Kevin Schug, associate professor in chemistry and biochemistry and the Shimadzu Distinguished Professor of Analytical Chemistry, is one of four UT Arlington faculty members to receive a prestigious award for teaching excellence from the UT System Board of Regents.
In all, 96 educators from across the UT System were recognized with Regents' Outstanding Teaching Awards for 2014. The honors come with a $25,000 cash award and recognize faculty members at UT System academic institutions who demonstrate extraordinary classroom performance and innovation at the undergraduate level. The professors were recognized August 20 during a ceremony in Austin.
“This is truly an amazing honor and I am privileged to have had the support of my students and colleagues to be recognized,” Schug said. “Since I began my independent academic career at UT Arlington, I have been lucky to have great mentorship and the opportunity to advance my professional capacity on many fronts. Teaching is obviously one of the most important things we do here, and I am pleased to have been able to dedicate significant effort into becoming a better teacher. To be recognized with this honor gives me confirmation that this effort has made a difference. I continue to be heartened by the supporting environment here at UT Arlington, particularly in the College of Science.”
Schug came to UT Arlington in 2005. He received a B.S. in Chemistry from the College of William and Mary in 1998 and a Ph.D. in Chemistry from Virginia Polytechnic Institute and State University in 2002. He worked as a postdoctoral fellow at the Institute for Analytical Chemistry at the University of Vienna, Austria from 2003-05.
His research has been focused on the theory and application of separation science and mass spectrometry for solving a variety of analytical and physical chemistry problems.
In 2009 Schug received the prestigious NSF Faculty Early Career Development Award, given to junior faculty who show excellence in education and research. That same year he was also named an Emerging Leader in Chromatography by LCGC Magazine. He received the 2010 Eli Lilly and Co. ACACC Young Investigator Award in Analytical Chemistry, which recognizes researchers whose work has applications in the pharmaceutical industry.
Also in 2010, he won the College of Science Research Excellence Award. Schug played a key role in establishing UT Arlington’s $25.2 million partnership with Shimadzu Scientific Instruments. He was named Shimadzu Distinguished Professor of Analytical Chemistry in 2012 and is director of the Shimadzu Center for Advanced Analytical Chemistry.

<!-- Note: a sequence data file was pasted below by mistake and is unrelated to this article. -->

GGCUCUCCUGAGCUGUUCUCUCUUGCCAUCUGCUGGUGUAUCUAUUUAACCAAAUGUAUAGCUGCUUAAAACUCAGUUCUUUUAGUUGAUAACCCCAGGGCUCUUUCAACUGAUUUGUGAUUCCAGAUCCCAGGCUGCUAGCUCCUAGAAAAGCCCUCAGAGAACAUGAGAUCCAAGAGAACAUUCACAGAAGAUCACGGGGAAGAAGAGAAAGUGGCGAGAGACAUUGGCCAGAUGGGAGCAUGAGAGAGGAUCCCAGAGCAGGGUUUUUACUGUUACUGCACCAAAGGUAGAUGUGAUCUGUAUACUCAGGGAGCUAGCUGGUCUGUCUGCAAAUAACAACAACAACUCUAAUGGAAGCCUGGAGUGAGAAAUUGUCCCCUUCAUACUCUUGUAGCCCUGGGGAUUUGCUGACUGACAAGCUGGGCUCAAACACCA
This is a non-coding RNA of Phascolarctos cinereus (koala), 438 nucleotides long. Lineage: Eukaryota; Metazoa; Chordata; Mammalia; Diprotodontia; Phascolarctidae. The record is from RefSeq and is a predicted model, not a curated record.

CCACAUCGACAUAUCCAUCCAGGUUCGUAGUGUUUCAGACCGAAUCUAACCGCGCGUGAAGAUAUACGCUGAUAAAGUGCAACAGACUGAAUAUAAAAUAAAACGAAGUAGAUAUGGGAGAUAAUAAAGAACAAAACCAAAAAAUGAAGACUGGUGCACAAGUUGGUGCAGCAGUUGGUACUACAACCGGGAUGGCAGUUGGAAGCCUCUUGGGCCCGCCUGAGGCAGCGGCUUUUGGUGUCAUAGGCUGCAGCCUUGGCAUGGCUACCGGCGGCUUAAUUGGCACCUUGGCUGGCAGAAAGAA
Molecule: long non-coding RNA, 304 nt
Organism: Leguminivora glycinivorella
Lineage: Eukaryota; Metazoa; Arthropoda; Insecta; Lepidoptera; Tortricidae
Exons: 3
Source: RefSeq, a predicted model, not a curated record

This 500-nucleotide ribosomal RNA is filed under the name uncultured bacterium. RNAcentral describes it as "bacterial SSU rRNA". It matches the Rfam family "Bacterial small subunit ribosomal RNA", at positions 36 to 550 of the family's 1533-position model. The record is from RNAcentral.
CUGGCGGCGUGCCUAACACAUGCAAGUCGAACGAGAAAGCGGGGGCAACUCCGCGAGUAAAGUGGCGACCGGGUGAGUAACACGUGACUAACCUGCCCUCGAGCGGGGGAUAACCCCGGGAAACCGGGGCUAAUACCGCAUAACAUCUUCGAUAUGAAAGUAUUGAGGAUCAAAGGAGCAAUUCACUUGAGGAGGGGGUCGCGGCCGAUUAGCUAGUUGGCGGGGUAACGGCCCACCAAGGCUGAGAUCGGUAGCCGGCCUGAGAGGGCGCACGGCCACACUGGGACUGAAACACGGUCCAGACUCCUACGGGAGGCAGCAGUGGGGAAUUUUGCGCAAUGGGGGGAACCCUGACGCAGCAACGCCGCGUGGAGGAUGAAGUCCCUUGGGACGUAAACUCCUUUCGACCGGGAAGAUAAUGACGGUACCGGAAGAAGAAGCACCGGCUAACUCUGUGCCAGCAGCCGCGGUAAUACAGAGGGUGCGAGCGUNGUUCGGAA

“I am thrilled to see that the UT System regents chose Dr. Schug for the Outstanding Teaching Award. Dr. Schug is a natural-born teacher and an exemplar of what good teachers are all about,” said Rasika Dias, professor and chair of the Department of Chemistry and Biochemistry. “He is incredibly active in a wide variety of teaching activities, from the kindergarten level and beyond into the professional analytical chemistry workplace. He entertains the public at the Texas State Fair each year with his science shows. Kevin was one of two winners out of the 96 who were invited to give a talk at the Board of Regents’ meeting about his teaching philosophy and instructional methods. Overall, I cannot think of a better or more deserving person for this wonderful
award. We are really proud of him.”|
In addition to Schug, UT Arlington's honorees include: Krystal Beamon, assistant professor of sociology; Darryl Lauster, assistant professor of art and art history; and Allan Saxe, associate professor of political science. The four bring UT Arlington’s total number of Regents’ Outstanding Teaching Award recipients to 45 since the program’s inception in 2008.
The awards highlight the talent and commitment to excellence in teaching among UT Arlington faculty members, President Vistasp Karbhari said.
“Preeminent research universities are distinguished by the quality of their faculty members and the faculty’s dedication to students. The best teachers instill in their students a shared passion for lifelong learning and discovery,” Karbhari said. “This year’s UT System Regents Outstanding Teaching Awards winners represent the very best that UT Arlington has to offer our students, and we are honored to call them our colleagues.”
Honorees were selected based on recommendations from department chairs, deans and committees. A complete list of winners by institution can be found on the Regents’ Outstanding Teaching Awards website.
“We are proud that these awards support and promote a culture of teaching excellence, especially in undergraduate programs, at all our campuses System-wide,” said Regents Vice Chairman Steven Hicks, chair of the board’s Academic Affairs Committee. “The teachers we are honoring are truly the best of the best.”
The Regents have awarded nearly $13.4 million since 2008, when the program was created to recognize faculty members who deliver the highest quality of instruction in the classroom, the laboratory, the field or online.
Recipients are vetted by their peers, students and UT System presidents before advancing to competition at the System level. In their evaluations of a candidate’s teaching performance, members of the review panel consider a range of activities and criteria, including classroom expertise, curricula quality, innovative course development and student learning outcomes.
“Our excellence in teaching faculty is a critical part of the System’s vision of an institution of the first class,” UT System Chancellor Francisco G. Cigarroa, M.D. said. “These awards are a reflection of the Regents placing the highest priority on undergraduate, graduate and professional teaching excellence System-wide.”
Posted August 22, 2014